9th American tourist dies while vacationing in Dominican Republic

A New Jersey man's family said he was found dead in his hotel room at a Dominican Republic resort last week, the latest in a string of mysterious tourist deaths in the country.

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/ Source: TODAY
By Scott Stump

A New Jersey man has become the ninth American tourist to die under mysterious circumstances while visiting the Dominican Republic in the past 18 months.

The family of Joseph Allen, 55, told NBC News that he was found unresponsive in his hotel room at the Terra Linda Resort on June 13 while on a trip to celebrate a friend's birthday.

"The maid opens the door, screams, slams the door — my brother is on the floor, dead,'' Jason Allen said.

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Jason Allen said that his brother skipped dinner that night, telling friends that he wasn't feeling well.

The family said Joseph Allen had stayed at the Terra Linda Resort many times before. The resort did not respond to a request for comment from NBC News.

The news of Joseph Allen's death also comes after a group of diehard Jimmy Buffett fans said they became violently ill during a trip to the Dominican Republic in April.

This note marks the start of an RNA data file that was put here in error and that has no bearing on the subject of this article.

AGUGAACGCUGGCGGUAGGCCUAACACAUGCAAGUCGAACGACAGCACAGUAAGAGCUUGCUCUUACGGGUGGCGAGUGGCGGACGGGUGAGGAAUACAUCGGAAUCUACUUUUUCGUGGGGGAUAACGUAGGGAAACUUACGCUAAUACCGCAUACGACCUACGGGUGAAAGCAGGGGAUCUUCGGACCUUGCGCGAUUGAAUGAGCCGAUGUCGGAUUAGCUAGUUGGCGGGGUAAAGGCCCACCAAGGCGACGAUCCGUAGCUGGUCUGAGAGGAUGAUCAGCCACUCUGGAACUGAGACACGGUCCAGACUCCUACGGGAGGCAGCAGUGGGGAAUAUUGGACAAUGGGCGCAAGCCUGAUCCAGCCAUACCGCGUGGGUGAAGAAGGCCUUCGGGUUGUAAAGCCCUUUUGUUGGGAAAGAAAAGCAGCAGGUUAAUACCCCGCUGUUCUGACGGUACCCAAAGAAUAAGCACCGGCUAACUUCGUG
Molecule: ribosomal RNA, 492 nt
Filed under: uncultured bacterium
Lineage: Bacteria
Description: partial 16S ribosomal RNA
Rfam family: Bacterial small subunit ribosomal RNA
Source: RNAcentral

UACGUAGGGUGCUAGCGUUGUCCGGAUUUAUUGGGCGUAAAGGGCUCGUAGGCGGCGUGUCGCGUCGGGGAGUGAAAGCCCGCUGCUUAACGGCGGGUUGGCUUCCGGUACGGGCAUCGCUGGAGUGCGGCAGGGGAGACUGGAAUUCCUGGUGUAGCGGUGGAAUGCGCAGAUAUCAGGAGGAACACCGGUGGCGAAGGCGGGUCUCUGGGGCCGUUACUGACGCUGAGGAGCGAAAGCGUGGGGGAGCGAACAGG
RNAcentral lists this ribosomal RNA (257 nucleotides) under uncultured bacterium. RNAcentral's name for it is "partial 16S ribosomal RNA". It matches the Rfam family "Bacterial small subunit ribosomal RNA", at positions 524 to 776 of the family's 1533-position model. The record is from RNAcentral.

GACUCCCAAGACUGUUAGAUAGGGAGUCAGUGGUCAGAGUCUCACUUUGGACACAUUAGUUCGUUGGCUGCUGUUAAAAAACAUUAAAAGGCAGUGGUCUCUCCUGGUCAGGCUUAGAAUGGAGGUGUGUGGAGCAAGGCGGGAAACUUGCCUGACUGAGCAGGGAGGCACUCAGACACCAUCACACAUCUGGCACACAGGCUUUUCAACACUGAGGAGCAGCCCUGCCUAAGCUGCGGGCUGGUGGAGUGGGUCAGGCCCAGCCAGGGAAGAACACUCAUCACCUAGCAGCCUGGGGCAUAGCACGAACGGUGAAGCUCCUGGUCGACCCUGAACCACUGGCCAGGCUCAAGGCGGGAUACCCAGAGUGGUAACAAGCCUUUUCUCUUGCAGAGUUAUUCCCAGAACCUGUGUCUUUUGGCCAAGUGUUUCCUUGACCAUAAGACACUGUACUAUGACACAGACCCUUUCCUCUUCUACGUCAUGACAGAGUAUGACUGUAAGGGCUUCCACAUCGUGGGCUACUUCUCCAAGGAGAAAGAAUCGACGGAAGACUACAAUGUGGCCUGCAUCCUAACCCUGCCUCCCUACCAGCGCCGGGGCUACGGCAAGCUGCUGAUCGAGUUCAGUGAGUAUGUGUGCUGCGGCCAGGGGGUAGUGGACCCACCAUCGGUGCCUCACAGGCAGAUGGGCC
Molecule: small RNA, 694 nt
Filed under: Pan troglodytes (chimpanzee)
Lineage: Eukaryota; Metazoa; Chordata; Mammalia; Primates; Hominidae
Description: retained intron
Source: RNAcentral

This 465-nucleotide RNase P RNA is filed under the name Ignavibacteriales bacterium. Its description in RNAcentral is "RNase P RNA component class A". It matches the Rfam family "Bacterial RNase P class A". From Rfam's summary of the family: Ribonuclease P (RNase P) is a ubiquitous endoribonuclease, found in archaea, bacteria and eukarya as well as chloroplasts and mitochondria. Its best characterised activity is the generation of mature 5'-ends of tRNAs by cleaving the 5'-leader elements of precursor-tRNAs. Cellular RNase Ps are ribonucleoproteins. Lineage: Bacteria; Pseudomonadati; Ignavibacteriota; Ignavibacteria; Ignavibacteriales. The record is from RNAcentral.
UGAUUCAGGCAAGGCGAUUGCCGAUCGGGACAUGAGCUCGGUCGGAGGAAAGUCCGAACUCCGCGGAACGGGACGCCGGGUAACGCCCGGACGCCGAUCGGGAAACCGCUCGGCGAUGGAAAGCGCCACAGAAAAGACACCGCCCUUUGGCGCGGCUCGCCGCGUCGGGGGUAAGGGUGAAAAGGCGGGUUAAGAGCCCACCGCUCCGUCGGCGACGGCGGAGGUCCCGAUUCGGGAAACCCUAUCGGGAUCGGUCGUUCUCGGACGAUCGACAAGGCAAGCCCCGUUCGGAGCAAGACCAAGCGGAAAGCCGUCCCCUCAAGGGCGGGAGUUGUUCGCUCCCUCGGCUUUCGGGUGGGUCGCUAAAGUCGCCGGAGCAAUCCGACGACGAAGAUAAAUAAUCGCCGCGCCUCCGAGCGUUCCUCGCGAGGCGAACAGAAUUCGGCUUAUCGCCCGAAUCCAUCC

None of the deaths have been connected by Dominican Republic officials or the U.S. State Department, which has declined to comment on reports that tainted alcohol could have played a role in the string of American deaths.

Less than two years ago, the Dominican National Police shut down five labs manufacturing alcohol and seized 100 tanks of product that were unsuitable for human consumption.

Joseph Allen's family has now become part of a group searching for answers about the loss of their loved ones. His family is trying to bring his body back to the U.S. in an attempt to determine what happened.

"I do feel like there is something that is off, with him ... dying so suddenly,'' Jason Allen said.

The State Department said authorities in the Dominican Republic have asked the FBI for help with toxicology reports, which could take up to 30 days.

"The safety and security of U.S. citizens that live in, work in, and visit the Dominican Republic remains our highest priority,'' U.S. ambassador Robin Bernstein said in a statement. "These incidents are tragic and we offer our deepest condolences to those personally impacted."

Javier Garcia, the minister of tourism in the Dominican Republic, said in a press conference earlier this week that the deaths were "completely isolated" incidents.